Border collies are one of the smartest breeds of dogs in the world, along with other working breeds, including Australian cattle dogs, poodles and Labrador retrievers. However, measures of intelligence in dogs vary depending on the methods used to determine it.
The most common criteria for measuring intelligence in dogs is how easy the dog is to train. Researchers look at how quickly the dog can figure out what the trainer is asking for, how likely the dog is to repeat the action, how many commands the dog can learn and how long it can retain a learned command without reinforcement. However, these results can be skewed by the different ways that some breeds interact with people. For example, primitive breeds, such as huskies, and livestock guardian breeds, such as great Pyrenees, may be highly adaptive and adept at problem solving, but they are also bred for independence and may score low on intelligence tests that measure their response to human training.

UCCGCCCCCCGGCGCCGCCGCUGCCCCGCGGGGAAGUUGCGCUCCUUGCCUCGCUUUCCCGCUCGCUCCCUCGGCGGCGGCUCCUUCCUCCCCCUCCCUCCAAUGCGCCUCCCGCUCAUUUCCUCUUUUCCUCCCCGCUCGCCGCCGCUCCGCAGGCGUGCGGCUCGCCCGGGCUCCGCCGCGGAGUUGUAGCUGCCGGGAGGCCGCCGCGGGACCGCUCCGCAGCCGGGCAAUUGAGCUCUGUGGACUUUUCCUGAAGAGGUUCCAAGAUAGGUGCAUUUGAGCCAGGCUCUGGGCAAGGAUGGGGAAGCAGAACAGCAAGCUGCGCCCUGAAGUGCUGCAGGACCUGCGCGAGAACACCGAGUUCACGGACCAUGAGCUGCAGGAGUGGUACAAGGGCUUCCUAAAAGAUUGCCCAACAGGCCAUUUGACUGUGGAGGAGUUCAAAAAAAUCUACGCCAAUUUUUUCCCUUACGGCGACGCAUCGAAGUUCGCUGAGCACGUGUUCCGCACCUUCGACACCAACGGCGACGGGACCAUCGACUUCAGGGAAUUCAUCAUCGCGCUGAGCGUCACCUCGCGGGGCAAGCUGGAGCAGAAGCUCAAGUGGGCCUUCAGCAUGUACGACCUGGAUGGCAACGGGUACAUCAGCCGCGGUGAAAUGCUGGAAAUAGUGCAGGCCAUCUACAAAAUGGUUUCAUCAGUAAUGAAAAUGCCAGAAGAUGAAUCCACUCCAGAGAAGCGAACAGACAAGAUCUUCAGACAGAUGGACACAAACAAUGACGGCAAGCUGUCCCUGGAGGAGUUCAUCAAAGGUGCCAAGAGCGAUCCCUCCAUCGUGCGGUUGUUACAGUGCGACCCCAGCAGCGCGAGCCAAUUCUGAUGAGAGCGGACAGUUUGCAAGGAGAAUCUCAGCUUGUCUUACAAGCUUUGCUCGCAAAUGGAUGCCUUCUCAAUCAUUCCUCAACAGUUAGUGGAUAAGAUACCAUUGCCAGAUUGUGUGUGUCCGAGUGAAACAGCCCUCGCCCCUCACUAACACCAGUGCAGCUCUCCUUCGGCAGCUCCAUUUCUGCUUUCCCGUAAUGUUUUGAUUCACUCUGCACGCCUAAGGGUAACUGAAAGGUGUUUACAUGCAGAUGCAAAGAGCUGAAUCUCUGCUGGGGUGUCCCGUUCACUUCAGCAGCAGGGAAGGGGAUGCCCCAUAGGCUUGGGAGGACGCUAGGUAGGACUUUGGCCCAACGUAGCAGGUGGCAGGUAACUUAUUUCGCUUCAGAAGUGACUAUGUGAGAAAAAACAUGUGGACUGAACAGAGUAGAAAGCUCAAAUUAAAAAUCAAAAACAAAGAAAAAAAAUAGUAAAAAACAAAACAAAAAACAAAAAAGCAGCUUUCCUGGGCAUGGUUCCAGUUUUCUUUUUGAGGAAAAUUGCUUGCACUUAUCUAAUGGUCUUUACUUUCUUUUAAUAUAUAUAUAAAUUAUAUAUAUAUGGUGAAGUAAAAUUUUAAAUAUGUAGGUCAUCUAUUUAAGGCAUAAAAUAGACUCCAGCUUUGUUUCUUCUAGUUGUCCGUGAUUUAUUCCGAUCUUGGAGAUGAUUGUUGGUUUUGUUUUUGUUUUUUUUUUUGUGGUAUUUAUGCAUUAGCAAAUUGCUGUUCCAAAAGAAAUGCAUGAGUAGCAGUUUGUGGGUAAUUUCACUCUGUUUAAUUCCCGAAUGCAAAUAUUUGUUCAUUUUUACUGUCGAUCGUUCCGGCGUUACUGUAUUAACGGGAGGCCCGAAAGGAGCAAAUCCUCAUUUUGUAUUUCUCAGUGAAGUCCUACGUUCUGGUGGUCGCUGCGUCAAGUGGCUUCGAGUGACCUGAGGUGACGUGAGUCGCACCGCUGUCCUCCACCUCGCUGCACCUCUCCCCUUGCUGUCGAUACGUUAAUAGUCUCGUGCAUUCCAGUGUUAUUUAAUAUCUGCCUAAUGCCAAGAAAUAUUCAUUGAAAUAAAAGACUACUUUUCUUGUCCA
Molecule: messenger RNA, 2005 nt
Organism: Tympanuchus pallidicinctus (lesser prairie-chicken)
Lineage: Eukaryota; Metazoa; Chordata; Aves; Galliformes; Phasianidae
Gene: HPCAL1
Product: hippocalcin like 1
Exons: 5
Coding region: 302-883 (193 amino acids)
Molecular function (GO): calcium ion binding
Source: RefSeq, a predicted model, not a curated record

Generally speaking, the most intelligent breeds of dog are working breeds. Herding dogs often score high. In addition to border collies and Australian cattle dogs, German shepherd dogs, Shetland sheepdogs, Australian shepherds and Rottweilers all score high. Hunting dogs, such as golden retrievers, are also very smart. Scent hounds often score low on traditional intelligence tests due to their stubbornness, but the American Kennel Club lists them as one of the most intelligent breeds due in part to their intense tracking skills.